Markets are beginning the week with some steep losses, following allegations that Trump may intervene to lower fuel prices. Crude oil began to recover on Friday after last Wednesday’s huge sell-off, but those losses have eroded this morning. Crude managed to reach $71 on Friday; this morning crude prices are trading at $69.32, a loss of $1.69 (2.4%) since Friday’s close.
Fuel prices are falling in sympathy with crude. While prices rose moderately on Friday, fuel prices today are back in the range of their July lows. Diesel prices are trading at $2.0857, a loss of 4.8 cents (2.2%) since Friday. Gasoline prices are $2.0491, a loss of 5.8 cents (2.7%).
Both fuel and crude prices have seen dramatic fluctuations lately – often a sign of market uncertainty. Prices rise rapidly as headlines spur quick trading – followed by an equally quick sell-off and market crash. At times like these it’s easy to get lost in the bullish/bearish mindset, while overall prices remain range-bound for a period. A good example was 2016-2017, when prices repeatedly fluctuated from $45-$55, up and down, for almost a year. Whether $65-$75 is the new range is yet to be seen – there’s a credible path for prices to rocket up to $80 or $90 if supplies once again become tight, or to decline such that $60-$70 is the new range. The risk does appears asymmetric, though, with $20 upside and $5-$10 downside risk.
How Trump Could Lower Fuel Prices
The steep market sell-off over the weekend comes as rumors swirl over Trump’s reaction to high oil prices. For months, he’s been tweeting at OPEC to resolve high oil prices, saying their production cut agreement is keeping prices artificially high. But rumors have begun to spread that Trump might take matters into his own hands. The mechanism? A release from the Strategic Petroleum Reserve to feed hungry oil markets.
The Strategic Petroleum Reserve (SPR), created in the 70s after the Energy Crisis, holds about 650 million barrels of crude oil in Texas and Louisiana. In the past, presidents have chosen to draw from the SPR to help alleviate high gas prices, as Clinton did in the 90s, though the purpose of the fund is meant for emergencies. Releases were authorized in the early 90s during Desert Storm, and Clinton released 28 million barrels for fuel price relief in ’96. The reserve has also been tapped during natural disasters such as Katrina and Harvey to help jump-start refining in devastated areas.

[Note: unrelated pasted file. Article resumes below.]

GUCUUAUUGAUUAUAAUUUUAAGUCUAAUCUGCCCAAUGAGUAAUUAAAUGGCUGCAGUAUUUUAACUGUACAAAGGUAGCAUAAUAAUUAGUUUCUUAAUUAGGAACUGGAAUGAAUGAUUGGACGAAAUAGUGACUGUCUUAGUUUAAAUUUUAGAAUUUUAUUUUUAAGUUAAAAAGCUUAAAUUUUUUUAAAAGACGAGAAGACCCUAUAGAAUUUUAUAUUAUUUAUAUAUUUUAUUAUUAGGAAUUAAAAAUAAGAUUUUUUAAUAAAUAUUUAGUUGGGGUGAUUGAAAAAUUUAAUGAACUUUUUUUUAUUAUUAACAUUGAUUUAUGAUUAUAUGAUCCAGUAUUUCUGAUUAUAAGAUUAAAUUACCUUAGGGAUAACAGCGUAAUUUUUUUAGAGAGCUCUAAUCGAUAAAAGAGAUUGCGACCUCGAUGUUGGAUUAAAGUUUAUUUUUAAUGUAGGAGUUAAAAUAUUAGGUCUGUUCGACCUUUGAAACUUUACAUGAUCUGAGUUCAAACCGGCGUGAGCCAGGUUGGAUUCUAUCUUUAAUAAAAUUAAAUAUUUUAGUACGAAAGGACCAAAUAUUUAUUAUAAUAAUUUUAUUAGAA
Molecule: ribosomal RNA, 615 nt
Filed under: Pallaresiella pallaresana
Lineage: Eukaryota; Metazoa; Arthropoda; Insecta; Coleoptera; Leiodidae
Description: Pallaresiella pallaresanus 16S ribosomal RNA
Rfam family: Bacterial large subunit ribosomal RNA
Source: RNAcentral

Last year Trump considered clearing half the SPR as a budgetary tool. Now, market allegations have risen pointing to a possible withdrawal. Most of these claims have been purely speculative – merely pointing out the possibility, rather than citing any credible decision-making. Recently, however, subjects close to Trump have alleged the administration is truly considering a release ranging from 5 – 30 million barrels.
The release would need to be fairly large to have any dent on markets. Last week, U.S. inventories (excluding SPR) fell by 12 million barrels in a week. Even a 30 million barrel injection would only distort markets for a few weeks before wearing off. The SPR is not meant to be a long-term market mover, but it certainly can have a short-term impact. The mere possibility of a release has brought comfort to the market – they believe the government is watching prices and will react as needed.
The administration has yet to publicly announce the decision. Energy Secretary Rick Perry said last month the SPR was for emergency use only, not for price manipulation. The Wall Street Journal reported prices would have to rise at least 10% higher (to the $75-$80 range) before such a move would be considered.
But while the administration has previously avoided a release, the timing may be too convenient to ignore. With midterm elections approaching, rising gasoline prices are always a point of concern for the President’s party. Fuel prices are a very transparent cost-point for consumers; it’s yet to be seen whether voters will buy Trump’s allegations that OPEC is the root cause of higher prices. A release from the SPR could bode well with voters, showing that Trump and his party are actively fighting against higher oil prices.
This article is part of Crude